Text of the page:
Good god no! They won't do anything you can't do yourself, except maybe true your wheels, but even that can be done without fancy equipment. Although it is a tedious job.

Start here, with Sheldon Brown. It's a bit of an 80s website design-wise, but it has everything you will ever need to know about servicing your bike. Also GCN (Global Cycling Network) have a youtube channel with a lot of helpful videos.

GuitarStv

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Re: New or Used Bike?
« Reply #11 on: March 10, 2018, 05:27:16 PM »
Do you guys pay for tune ups?  The local bike shop charges $75 for a tune up... How often do I need to do this for a bike?

I do about 99% of my own repairs, but that number has slowly increased over the years as I've run into more (and more varied) problems.  Everything on a bike will eventually fail if you use it regularly.

The shifting goes out of adjustment, the wheels go out of true, the brake pads need aligning/adjusting, the chain/cassette/chainrings will wear out, the tires go bald, the tubes get punctures, the bearings will need to be replaced/re-greased, shift/brake cables (and housings) will need to be replaced.  Fortunately, it's not too hard to fix stuff (occasionally you'll need special tools).  You can get most of the information you need from:
- https://www.sheldonbrown.com/repairs.html   and
- https://www.parktool.com/blog/repair-help

Just be patient, remember that if you're forcing it you've probably done something wrong, and don't get upset about it if you need to bring something into the shop occasionally because it's beyond your ability.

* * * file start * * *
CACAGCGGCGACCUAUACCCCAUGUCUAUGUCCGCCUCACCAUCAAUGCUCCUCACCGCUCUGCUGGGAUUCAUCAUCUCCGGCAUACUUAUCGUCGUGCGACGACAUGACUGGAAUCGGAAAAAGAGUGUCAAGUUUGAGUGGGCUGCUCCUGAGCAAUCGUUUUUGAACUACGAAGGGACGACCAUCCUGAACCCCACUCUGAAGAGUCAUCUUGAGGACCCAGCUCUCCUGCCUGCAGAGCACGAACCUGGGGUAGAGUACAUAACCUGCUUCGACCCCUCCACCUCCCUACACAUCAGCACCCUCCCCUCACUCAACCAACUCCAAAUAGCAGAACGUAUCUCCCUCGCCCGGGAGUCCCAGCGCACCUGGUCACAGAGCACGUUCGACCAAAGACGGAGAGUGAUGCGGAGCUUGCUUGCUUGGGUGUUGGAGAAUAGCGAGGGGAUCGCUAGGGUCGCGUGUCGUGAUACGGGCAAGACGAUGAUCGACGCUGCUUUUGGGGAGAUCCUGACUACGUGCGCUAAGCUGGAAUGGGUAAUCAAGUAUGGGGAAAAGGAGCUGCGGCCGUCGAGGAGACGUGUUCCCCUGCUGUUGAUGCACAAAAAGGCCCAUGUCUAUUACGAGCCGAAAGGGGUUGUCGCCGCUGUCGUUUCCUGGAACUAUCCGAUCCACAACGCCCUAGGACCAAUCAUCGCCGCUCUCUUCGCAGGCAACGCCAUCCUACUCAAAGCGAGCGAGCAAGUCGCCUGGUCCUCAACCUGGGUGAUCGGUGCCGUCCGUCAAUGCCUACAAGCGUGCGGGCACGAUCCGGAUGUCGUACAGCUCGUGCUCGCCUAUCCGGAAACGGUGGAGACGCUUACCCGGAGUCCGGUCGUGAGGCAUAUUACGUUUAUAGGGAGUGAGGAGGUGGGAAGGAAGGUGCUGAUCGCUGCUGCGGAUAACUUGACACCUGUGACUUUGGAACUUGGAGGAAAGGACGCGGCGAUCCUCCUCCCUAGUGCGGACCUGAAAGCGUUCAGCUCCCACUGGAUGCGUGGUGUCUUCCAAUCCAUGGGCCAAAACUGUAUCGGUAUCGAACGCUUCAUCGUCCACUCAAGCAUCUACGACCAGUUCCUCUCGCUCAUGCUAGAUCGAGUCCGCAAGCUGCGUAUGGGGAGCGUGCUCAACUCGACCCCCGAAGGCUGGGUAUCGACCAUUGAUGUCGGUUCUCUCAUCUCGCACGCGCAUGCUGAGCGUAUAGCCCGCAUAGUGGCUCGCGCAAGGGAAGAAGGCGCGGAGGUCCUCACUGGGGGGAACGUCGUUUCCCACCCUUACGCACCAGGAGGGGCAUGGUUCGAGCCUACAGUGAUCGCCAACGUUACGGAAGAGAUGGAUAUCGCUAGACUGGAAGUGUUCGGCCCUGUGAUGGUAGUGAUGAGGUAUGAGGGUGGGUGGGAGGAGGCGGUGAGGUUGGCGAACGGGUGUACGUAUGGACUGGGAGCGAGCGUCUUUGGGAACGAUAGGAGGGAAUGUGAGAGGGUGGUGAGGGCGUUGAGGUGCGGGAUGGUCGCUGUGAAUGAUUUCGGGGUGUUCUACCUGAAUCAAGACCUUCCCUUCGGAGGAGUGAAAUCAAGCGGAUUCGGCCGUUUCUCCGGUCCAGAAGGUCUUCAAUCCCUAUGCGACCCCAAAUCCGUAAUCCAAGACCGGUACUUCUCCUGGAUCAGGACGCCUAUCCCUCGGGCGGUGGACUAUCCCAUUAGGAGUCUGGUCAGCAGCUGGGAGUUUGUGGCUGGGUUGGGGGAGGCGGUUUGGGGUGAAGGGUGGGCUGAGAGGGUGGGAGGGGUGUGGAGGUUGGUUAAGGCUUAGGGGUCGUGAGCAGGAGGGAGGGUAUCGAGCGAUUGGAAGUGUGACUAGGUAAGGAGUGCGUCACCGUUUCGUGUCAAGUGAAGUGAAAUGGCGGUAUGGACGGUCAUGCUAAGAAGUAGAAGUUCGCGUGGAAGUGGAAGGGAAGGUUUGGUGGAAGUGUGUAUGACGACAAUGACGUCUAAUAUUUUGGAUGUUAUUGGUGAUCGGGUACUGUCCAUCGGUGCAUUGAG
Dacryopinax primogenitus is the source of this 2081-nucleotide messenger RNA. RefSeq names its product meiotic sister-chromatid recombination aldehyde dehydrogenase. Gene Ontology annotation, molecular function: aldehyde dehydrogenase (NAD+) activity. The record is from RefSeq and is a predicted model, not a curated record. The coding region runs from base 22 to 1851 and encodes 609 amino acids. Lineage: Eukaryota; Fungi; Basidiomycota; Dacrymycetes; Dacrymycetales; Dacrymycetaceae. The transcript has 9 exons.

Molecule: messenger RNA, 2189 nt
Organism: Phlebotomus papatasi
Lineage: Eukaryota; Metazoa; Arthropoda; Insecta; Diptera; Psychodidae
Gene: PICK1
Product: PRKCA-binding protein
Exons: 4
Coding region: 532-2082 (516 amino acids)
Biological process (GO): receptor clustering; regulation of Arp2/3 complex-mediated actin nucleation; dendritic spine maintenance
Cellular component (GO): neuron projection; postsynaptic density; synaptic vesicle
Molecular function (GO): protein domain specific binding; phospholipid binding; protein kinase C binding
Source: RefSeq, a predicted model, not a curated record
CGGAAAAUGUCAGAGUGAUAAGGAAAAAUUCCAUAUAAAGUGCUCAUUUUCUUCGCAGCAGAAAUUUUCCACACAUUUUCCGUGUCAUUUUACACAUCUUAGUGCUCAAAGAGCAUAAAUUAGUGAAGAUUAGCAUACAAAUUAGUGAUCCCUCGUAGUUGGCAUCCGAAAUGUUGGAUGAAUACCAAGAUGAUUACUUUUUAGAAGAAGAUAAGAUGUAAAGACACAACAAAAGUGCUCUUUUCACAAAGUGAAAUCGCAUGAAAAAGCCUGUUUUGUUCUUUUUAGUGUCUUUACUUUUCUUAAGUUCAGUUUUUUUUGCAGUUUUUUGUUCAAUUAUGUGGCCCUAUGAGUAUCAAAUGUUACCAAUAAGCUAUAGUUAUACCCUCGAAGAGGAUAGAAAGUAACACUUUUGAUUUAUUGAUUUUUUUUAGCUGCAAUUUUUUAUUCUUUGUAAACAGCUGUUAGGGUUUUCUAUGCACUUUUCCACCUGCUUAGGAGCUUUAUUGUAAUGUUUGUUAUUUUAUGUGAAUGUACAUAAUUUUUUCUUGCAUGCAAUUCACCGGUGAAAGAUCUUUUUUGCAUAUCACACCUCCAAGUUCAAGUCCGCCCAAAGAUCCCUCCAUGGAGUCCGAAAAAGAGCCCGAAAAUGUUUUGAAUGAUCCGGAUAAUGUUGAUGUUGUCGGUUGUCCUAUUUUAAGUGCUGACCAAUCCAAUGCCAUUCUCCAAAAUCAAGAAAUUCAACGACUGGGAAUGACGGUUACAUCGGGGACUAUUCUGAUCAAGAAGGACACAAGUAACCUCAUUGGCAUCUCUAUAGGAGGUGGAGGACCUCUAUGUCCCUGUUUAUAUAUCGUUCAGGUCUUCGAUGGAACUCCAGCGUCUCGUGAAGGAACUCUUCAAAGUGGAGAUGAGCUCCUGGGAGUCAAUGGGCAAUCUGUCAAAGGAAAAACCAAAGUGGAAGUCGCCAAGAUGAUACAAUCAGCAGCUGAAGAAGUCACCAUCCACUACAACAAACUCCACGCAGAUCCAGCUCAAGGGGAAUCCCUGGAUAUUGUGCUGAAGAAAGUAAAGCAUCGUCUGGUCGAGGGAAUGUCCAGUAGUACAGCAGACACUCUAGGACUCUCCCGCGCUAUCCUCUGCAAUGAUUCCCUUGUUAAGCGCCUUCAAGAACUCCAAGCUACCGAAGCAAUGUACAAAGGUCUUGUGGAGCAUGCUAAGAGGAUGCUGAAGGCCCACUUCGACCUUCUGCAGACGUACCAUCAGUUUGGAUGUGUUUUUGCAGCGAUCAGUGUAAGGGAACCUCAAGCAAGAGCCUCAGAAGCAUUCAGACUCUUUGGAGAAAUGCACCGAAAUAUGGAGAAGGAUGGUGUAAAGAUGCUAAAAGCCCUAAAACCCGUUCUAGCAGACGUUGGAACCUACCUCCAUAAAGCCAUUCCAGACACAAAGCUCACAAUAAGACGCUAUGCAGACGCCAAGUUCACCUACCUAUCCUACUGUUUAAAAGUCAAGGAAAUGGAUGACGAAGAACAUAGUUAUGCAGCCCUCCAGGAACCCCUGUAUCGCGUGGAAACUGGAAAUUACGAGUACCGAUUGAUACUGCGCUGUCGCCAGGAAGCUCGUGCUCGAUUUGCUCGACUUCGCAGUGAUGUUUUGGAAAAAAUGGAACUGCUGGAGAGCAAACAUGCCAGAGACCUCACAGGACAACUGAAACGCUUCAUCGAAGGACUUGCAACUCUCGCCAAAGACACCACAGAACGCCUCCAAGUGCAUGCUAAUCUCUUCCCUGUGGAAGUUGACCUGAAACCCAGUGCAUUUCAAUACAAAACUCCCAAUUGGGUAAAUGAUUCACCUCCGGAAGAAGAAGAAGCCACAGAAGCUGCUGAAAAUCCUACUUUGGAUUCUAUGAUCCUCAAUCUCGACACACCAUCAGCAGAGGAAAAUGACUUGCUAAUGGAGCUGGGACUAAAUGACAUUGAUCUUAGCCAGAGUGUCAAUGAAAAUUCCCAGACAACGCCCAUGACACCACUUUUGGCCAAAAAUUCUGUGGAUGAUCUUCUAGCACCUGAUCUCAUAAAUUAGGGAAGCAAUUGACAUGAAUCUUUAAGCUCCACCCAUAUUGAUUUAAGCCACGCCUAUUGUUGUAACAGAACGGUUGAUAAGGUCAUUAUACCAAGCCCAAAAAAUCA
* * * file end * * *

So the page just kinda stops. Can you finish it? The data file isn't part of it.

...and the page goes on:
Thegoblinchief

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Re: New or Used Bike?
« Reply #12 on: March 11, 2018, 06:35:06 AM »
I do most of my own work but the nearest bike shop to me has very reasonable rates and usually turns things around very quickly outside of spring and early summer when every LBS is slammed.

Iíve hired them to true wheels, re-index a rear derailer I couldnít get adjusted for the life of me, and replace a completely shot headset. I recently bought a new bike from them, so once itís broken in Iíll also take advantage of the free adjustment. When I bought it, I also gladly paid them the $10 in labor they wanted to mount my fenders and bike rack. I can do that myself, but itís a PITA to adjust everything and honestly I would have paid at least $5 just buying some of the hardware I was missing or that needed to change to fit the new bike versus my very well loved year-round commuter.

So YMMV. If articles and YouTube donít work for your learning style, see if your area has a bike co-op where you can pay a little bit of $ for help but get to learn the process in person.

frugaliknowit

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Re: New or Used Bike?
« Reply #13 on: March 11, 2018, 06:49:28 AM »
Test ride, test ride, test ride.

A bike becomes part of your body.  You want it to "fit" and be comfortable.  I would not buy one on-line if you have not tried it.

In my case I use and prefer "flat bar" for commuting and "drop bar" for leisure/distance riding. 

ElleFiji

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Re: New or Used Bike?